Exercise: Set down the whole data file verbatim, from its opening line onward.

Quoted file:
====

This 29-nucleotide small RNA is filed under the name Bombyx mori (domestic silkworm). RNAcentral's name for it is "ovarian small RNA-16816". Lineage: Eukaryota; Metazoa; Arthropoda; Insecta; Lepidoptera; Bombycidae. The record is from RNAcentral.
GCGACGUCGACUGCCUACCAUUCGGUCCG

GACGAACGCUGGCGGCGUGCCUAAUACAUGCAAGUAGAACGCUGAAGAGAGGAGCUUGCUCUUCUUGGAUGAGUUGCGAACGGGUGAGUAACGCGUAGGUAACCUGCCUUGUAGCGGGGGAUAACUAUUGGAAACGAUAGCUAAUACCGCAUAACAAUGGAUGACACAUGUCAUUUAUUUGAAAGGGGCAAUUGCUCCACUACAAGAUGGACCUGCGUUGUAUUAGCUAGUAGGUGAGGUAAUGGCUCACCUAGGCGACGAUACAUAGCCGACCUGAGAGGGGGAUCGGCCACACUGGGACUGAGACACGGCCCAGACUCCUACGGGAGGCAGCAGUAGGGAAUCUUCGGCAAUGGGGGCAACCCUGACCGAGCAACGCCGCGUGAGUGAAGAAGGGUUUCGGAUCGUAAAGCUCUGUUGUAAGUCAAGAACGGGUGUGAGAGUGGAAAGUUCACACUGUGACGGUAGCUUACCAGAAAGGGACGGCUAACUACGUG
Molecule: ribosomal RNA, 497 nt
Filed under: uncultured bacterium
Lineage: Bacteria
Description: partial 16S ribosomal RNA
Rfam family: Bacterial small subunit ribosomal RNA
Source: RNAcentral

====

This 29-nucleotide small RNA is filed under the name Bombyx mori (domestic silkworm). RNAcentral's name for it is "ovarian small RNA-16816". Lineage: Eukaryota; Metazoa; Arthropoda; Insecta; Lepidoptera; Bombycidae. The record is from RNAcentral.
GCGACGUCGACUGCCUACCAUUCGGUCCG

GACGAACGCUGGCGGCGUGCCUAAUACAUGCAAGUAGAACGCUGAAGAGAGGAGCUUGCUCUUCUUGGAUGAGUUGCGAACGGGUGAGUAACGCGUAGGUAACCUGCCUUGUAGCGGGGGAUAACUAUUGGAAACGAUAGCUAAUACCGCAUAACAAUGGAUGACACAUGUCAUUUAUUUGAAAGGGGCAAUUGCUCCACUACAAGAUGGACCUGCGUUGUAUUAGCUAGUAGGUGAGGUAAUGGCUCACCUAGGCGACGAUACAUAGCCGACCUGAGAGGGGGAUCGGCCACACUGGGACUGAGACACGGCCCAGACUCCUACGGGAGGCAGCAGUAGGGAAUCUUCGGCAAUGGGGGCAACCCUGACCGAGCAACGCCGCGUGAGUGAAGAAGGGUUUCGGAUCGUAAAGCUCUGUUGUAAGUCAAGAACGGGUGUGAGAGUGGAAAGUUCACACUGUGACGGUAGCUUACCAGAAAGGGACGGCUAACUACGUG
Molecule: ribosomal RNA, 497 nt
Filed under: uncultured bacterium
Lineage: Bacteria
Description: partial 16S ribosomal RNA
Rfam family: Bacterial small subunit ribosomal RNA
Source: RNAcentral